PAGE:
Officials in Germany will announce the first estimate of economic growth for the first three months of 2019 today. Economists polled expect the economy to have accelerated by 0.4%—a marked improvement on the past six months.
Europe’s largest economy faltered in late 2018. Third quarter data revealed an economic contraction of 0.2%, while flat growth of 0% was recorded in the final three months of the year.
German government forecasts released last month halved growth rates from 1% to just 0.5% in 2019, the second lowest level in the EU.
Despite relatively strong domestic demand and high employment, Germany’s export-oriented economy has been hit by jitters caused by the US-China trade war. Trade between Germany and these two economic giants amounts to almost $150 billion or more than 15% of all German trade. Uncertainty around Brexit and pressure on Germany’s auto industry by changes to emissions standards are also causing concern for businesses.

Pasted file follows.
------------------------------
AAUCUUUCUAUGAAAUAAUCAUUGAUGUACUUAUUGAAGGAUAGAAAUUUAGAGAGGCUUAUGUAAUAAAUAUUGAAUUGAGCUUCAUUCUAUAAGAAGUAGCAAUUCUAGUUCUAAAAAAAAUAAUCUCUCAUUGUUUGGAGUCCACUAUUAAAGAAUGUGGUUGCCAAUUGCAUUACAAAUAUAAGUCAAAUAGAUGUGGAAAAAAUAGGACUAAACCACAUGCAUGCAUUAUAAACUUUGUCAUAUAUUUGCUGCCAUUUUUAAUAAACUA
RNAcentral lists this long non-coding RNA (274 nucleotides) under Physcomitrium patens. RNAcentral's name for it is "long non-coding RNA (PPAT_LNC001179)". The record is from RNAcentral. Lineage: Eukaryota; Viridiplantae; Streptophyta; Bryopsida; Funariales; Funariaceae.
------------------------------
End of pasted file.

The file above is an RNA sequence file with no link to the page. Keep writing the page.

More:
Many analysts believe that increasing government spending could help soften the impact of external headwinds. However, Berlin has a long record of fiscal conservatism and has run a current account surplus for almost every budget since 2000, making a government splurge unlikely. Once the envy of Europe, Germany’s economy now looks sickly.
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Nick is the Director of the Daily Brief and a contributing Senior Analyst to it. An attorney, his areas of expertise include international law, international and domestic criminal law, security affairs in Europe and the Middle East, and human rights.